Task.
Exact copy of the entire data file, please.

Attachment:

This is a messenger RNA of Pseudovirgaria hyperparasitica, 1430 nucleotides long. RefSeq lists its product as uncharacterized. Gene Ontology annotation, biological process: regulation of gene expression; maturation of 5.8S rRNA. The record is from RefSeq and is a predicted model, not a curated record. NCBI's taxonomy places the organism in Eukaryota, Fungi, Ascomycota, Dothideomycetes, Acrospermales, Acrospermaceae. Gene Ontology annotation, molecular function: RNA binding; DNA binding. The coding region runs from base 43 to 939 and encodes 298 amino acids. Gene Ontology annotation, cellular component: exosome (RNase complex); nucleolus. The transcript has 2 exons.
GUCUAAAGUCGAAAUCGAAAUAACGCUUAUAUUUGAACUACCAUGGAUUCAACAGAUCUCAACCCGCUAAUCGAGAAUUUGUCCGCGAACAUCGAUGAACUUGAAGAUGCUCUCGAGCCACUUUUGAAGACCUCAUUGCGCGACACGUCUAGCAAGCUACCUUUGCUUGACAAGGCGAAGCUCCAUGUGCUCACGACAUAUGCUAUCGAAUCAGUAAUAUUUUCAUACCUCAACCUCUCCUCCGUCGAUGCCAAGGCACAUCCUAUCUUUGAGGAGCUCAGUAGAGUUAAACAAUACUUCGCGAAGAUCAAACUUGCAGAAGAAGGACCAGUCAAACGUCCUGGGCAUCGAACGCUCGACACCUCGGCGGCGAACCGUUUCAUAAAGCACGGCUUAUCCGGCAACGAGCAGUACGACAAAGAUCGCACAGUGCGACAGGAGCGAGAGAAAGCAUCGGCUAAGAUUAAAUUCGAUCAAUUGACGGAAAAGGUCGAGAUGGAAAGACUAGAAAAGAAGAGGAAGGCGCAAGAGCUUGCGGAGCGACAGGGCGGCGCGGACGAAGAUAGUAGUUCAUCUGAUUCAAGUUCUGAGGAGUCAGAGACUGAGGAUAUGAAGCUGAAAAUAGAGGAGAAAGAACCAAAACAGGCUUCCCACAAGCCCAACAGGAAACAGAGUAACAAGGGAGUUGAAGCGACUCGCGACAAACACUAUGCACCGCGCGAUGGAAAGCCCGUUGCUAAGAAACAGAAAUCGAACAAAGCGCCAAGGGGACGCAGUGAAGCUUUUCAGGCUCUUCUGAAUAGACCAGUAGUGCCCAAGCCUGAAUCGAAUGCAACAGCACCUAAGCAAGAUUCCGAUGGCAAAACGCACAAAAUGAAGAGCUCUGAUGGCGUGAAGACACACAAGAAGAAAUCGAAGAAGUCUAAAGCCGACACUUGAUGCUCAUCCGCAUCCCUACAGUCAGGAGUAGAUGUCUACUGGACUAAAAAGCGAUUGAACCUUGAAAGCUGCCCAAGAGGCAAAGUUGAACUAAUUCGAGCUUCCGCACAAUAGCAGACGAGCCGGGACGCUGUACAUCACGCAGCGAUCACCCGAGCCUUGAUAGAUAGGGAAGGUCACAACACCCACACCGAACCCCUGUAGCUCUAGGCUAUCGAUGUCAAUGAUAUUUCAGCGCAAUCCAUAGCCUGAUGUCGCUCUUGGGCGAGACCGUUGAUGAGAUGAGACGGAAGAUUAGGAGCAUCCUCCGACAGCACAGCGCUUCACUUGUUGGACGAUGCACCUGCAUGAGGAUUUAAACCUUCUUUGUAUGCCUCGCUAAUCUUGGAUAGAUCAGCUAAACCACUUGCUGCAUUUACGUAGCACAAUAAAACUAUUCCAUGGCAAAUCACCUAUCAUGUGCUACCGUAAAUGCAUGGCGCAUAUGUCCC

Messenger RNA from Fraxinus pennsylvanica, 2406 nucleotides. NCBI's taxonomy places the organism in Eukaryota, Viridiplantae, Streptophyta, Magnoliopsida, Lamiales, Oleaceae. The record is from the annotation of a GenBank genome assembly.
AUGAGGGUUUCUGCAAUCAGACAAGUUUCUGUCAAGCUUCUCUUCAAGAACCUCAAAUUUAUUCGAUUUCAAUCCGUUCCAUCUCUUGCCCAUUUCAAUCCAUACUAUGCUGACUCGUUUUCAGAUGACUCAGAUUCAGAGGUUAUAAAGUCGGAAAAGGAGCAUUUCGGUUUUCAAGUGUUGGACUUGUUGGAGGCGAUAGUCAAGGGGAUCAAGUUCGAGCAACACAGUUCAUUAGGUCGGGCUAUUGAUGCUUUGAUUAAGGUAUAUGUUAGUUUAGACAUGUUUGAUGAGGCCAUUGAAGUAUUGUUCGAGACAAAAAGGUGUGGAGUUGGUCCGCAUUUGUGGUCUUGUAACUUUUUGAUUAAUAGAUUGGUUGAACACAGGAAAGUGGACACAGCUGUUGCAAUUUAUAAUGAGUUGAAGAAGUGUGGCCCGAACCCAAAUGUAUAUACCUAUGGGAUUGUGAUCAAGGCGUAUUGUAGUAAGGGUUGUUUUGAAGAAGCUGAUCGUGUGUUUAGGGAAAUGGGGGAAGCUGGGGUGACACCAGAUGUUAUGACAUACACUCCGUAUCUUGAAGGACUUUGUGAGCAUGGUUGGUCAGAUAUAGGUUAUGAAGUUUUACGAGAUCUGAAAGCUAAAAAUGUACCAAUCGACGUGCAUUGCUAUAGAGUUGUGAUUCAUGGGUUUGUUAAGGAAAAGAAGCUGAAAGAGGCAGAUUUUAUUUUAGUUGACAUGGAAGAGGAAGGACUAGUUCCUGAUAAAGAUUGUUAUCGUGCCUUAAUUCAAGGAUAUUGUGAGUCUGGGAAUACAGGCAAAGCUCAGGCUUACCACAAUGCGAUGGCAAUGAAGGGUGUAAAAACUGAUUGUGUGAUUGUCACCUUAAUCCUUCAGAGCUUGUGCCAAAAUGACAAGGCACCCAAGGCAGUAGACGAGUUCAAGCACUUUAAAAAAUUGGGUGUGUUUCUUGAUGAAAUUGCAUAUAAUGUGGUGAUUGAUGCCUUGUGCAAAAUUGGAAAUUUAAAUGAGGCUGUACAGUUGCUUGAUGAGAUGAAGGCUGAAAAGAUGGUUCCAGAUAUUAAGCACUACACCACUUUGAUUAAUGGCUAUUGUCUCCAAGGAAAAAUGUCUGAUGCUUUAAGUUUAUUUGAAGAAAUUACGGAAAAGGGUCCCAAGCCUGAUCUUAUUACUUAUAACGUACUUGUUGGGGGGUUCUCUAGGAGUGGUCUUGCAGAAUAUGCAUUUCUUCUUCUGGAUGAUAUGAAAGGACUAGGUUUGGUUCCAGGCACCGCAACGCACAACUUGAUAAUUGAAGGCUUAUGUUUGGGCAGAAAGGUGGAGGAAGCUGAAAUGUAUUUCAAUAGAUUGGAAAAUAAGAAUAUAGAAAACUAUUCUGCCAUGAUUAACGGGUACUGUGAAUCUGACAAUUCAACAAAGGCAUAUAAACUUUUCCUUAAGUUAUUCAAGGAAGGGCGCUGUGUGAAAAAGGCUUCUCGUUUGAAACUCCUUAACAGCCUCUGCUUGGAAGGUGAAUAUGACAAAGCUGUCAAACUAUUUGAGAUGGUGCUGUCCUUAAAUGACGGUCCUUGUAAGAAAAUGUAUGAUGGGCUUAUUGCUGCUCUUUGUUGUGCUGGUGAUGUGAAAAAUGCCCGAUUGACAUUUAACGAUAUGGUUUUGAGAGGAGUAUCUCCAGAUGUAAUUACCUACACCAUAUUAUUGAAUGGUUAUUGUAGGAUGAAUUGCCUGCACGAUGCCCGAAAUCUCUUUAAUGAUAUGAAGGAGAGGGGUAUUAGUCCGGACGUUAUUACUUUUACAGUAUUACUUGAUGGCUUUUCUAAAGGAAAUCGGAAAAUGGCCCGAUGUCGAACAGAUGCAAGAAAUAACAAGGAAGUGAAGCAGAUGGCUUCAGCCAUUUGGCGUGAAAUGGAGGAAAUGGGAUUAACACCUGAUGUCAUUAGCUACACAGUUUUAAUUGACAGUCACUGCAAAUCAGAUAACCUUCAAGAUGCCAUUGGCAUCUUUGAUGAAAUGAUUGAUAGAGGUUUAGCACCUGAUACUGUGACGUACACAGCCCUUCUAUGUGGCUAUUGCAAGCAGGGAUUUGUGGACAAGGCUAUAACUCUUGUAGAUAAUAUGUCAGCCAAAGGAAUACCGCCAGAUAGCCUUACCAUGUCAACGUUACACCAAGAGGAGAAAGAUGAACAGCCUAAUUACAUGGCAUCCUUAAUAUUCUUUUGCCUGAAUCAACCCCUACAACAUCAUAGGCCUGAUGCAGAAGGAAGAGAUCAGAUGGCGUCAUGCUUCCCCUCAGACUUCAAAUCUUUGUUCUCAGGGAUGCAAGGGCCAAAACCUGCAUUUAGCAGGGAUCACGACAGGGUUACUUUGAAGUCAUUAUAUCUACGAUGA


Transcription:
This is a messenger RNA of Pseudovirgaria hyperparasitica, 1430 nucleotides long. RefSeq lists its product as uncharacterized. Gene Ontology annotation, biological process: regulation of gene expression; maturation of 5.8S rRNA. The record is from RefSeq and is a predicted model, not a curated record. NCBI's taxonomy places the organism in Eukaryota, Fungi, Ascomycota, Dothideomycetes, Acrospermales, Acrospermaceae. Gene Ontology annotation, molecular function: RNA binding; DNA binding. The coding region runs from base 43 to 939 and encodes 298 amino acids. Gene Ontology annotation, cellular component: exosome (RNase complex); nucleolus. The transcript has 2 exons.
GUCUAAAGUCGAAAUCGAAAUAACGCUUAUAUUUGAACUACCAUGGAUUCAACAGAUCUCAACCCGCUAAUCGAGAAUUUGUCCGCGAACAUCGAUGAACUUGAAGAUGCUCUCGAGCCACUUUUGAAGACCUCAUUGCGCGACACGUCUAGCAAGCUACCUUUGCUUGACAAGGCGAAGCUCCAUGUGCUCACGACAUAUGCUAUCGAAUCAGUAAUAUUUUCAUACCUCAACCUCUCCUCCGUCGAUGCCAAGGCACAUCCUAUCUUUGAGGAGCUCAGUAGAGUUAAACAAUACUUCGCGAAGAUCAAACUUGCAGAAGAAGGACCAGUCAAACGUCCUGGGCAUCGAACGCUCGACACCUCGGCGGCGAACCGUUUCAUAAAGCACGGCUUAUCCGGCAACGAGCAGUACGACAAAGAUCGCACAGUGCGACAGGAGCGAGAGAAAGCAUCGGCUAAGAUUAAAUUCGAUCAAUUGACGGAAAAGGUCGAGAUGGAAAGACUAGAAAAGAAGAGGAAGGCGCAAGAGCUUGCGGAGCGACAGGGCGGCGCGGACGAAGAUAGUAGUUCAUCUGAUUCAAGUUCUGAGGAGUCAGAGACUGAGGAUAUGAAGCUGAAAAUAGAGGAGAAAGAACCAAAACAGGCUUCCCACAAGCCCAACAGGAAACAGAGUAACAAGGGAGUUGAAGCGACUCGCGACAAACACUAUGCACCGCGCGAUGGAAAGCCCGUUGCUAAGAAACAGAAAUCGAACAAAGCGCCAAGGGGACGCAGUGAAGCUUUUCAGGCUCUUCUGAAUAGACCAGUAGUGCCCAAGCCUGAAUCGAAUGCAACAGCACCUAAGCAAGAUUCCGAUGGCAAAACGCACAAAAUGAAGAGCUCUGAUGGCGUGAAGACACACAAGAAGAAAUCGAAGAAGUCUAAAGCCGACACUUGAUGCUCAUCCGCAUCCCUACAGUCAGGAGUAGAUGUCUACUGGACUAAAAAGCGAUUGAACCUUGAAAGCUGCCCAAGAGGCAAAGUUGAACUAAUUCGAGCUUCCGCACAAUAGCAGACGAGCCGGGACGCUGUACAUCACGCAGCGAUCACCCGAGCCUUGAUAGAUAGGGAAGGUCACAACACCCACACCGAACCCCUGUAGCUCUAGGCUAUCGAUGUCAAUGAUAUUUCAGCGCAAUCCAUAGCCUGAUGUCGCUCUUGGGCGAGACCGUUGAUGAGAUGAGACGGAAGAUUAGGAGCAUCCUCCGACAGCACAGCGCUUCACUUGUUGGACGAUGCACCUGCAUGAGGAUUUAAACCUUCUUUGUAUGCCUCGCUAAUCUUGGAUAGAUCAGCUAAACCACUUGCUGCAUUUACGUAGCACAAUAAAACUAUUCCAUGGCAAAUCACCUAUCAUGUGCUACCGUAAAUGCAUGGCGCAUAUGUCCC

Messenger RNA from Fraxinus pennsylvanica, 2406 nucleotides. NCBI's taxonomy places the organism in Eukaryota, Viridiplantae, Streptophyta, Magnoliopsida, Lamiales, Oleaceae. The record is from the annotation of a GenBank genome assembly.
AUGAGGGUUUCUGCAAUCAGACAAGUUUCUGUCAAGCUUCUCUUCAAGAACCUCAAAUUUAUUCGAUUUCAAUCCGUUCCAUCUCUUGCCCAUUUCAAUCCAUACUAUGCUGACUCGUUUUCAGAUGACUCAGAUUCAGAGGUUAUAAAGUCGGAAAAGGAGCAUUUCGGUUUUCAAGUGUUGGACUUGUUGGAGGCGAUAGUCAAGGGGAUCAAGUUCGAGCAACACAGUUCAUUAGGUCGGGCUAUUGAUGCUUUGAUUAAGGUAUAUGUUAGUUUAGACAUGUUUGAUGAGGCCAUUGAAGUAUUGUUCGAGACAAAAAGGUGUGGAGUUGGUCCGCAUUUGUGGUCUUGUAACUUUUUGAUUAAUAGAUUGGUUGAACACAGGAAAGUGGACACAGCUGUUGCAAUUUAUAAUGAGUUGAAGAAGUGUGGCCCGAACCCAAAUGUAUAUACCUAUGGGAUUGUGAUCAAGGCGUAUUGUAGUAAGGGUUGUUUUGAAGAAGCUGAUCGUGUGUUUAGGGAAAUGGGGGAAGCUGGGGUGACACCAGAUGUUAUGACAUACACUCCGUAUCUUGAAGGACUUUGUGAGCAUGGUUGGUCAGAUAUAGGUUAUGAAGUUUUACGAGAUCUGAAAGCUAAAAAUGUACCAAUCGACGUGCAUUGCUAUAGAGUUGUGAUUCAUGGGUUUGUUAAGGAAAAGAAGCUGAAAGAGGCAGAUUUUAUUUUAGUUGACAUGGAAGAGGAAGGACUAGUUCCUGAUAAAGAUUGUUAUCGUGCCUUAAUUCAAGGAUAUUGUGAGUCUGGGAAUACAGGCAAAGCUCAGGCUUACCACAAUGCGAUGGCAAUGAAGGGUGUAAAAACUGAUUGUGUGAUUGUCACCUUAAUCCUUCAGAGCUUGUGCCAAAAUGACAAGGCACCCAAGGCAGUAGACGAGUUCAAGCACUUUAAAAAAUUGGGUGUGUUUCUUGAUGAAAUUGCAUAUAAUGUGGUGAUUGAUGCCUUGUGCAAAAUUGGAAAUUUAAAUGAGGCUGUACAGUUGCUUGAUGAGAUGAAGGCUGAAAAGAUGGUUCCAGAUAUUAAGCACUACACCACUUUGAUUAAUGGCUAUUGUCUCCAAGGAAAAAUGUCUGAUGCUUUAAGUUUAUUUGAAGAAAUUACGGAAAAGGGUCCCAAGCCUGAUCUUAUUACUUAUAACGUACUUGUUGGGGGGUUCUCUAGGAGUGGUCUUGCAGAAUAUGCAUUUCUUCUUCUGGAUGAUAUGAAAGGACUAGGUUUGGUUCCAGGCACCGCAACGCACAACUUGAUAAUUGAAGGCUUAUGUUUGGGCAGAAAGGUGGAGGAAGCUGAAAUGUAUUUCAAUAGAUUGGAAAAUAAGAAUAUAGAAAACUAUUCUGCCAUGAUUAACGGGUACUGUGAAUCUGACAAUUCAACAAAGGCAUAUAAACUUUUCCUUAAGUUAUUCAAGGAAGGGCGCUGUGUGAAAAAGGCUUCUCGUUUGAAACUCCUUAACAGCCUCUGCUUGGAAGGUGAAUAUGACAAAGCUGUCAAACUAUUUGAGAUGGUGCUGUCCUUAAAUGACGGUCCUUGUAAGAAAAUGUAUGAUGGGCUUAUUGCUGCUCUUUGUUGUGCUGGUGAUGUGAAAAAUGCCCGAUUGACAUUUAACGAUAUGGUUUUGAGAGGAGUAUCUCCAGAUGUAAUUACCUACACCAUAUUAUUGAAUGGUUAUUGUAGGAUGAAUUGCCUGCACGAUGCCCGAAAUCUCUUUAAUGAUAUGAAGGAGAGGGGUAUUAGUCCGGACGUUAUUACUUUUACAGUAUUACUUGAUGGCUUUUCUAAAGGAAAUCGGAAAAUGGCCCGAUGUCGAACAGAUGCAAGAAAUAACAAGGAAGUGAAGCAGAUGGCUUCAGCCAUUUGGCGUGAAAUGGAGGAAAUGGGAUUAACACCUGAUGUCAUUAGCUACACAGUUUUAAUUGACAGUCACUGCAAAUCAGAUAACCUUCAAGAUGCCAUUGGCAUCUUUGAUGAAAUGAUUGAUAGAGGUUUAGCACCUGAUACUGUGACGUACACAGCCCUUCUAUGUGGCUAUUGCAAGCAGGGAUUUGUGGACAAGGCUAUAACUCUUGUAGAUAAUAUGUCAGCCAAAGGAAUACCGCCAGAUAGCCUUACCAUGUCAACGUUACACCAAGAGGAGAAAGAUGAACAGCCUAAUUACAUGGCAUCCUUAAUAUUCUUUUGCCUGAAUCAACCCCUACAACAUCAUAGGCCUGAUGCAGAAGGAAGAGAUCAGAUGGCGUCAUGCUUCCCCUCAGACUUCAAAUCUUUGUUCUCAGGGAUGCAAGGGCCAAAACCUGCAUUUAGCAGGGAUCACGACAGGGUUACUUUGAAGUCAUUAUAUCUACGAUGA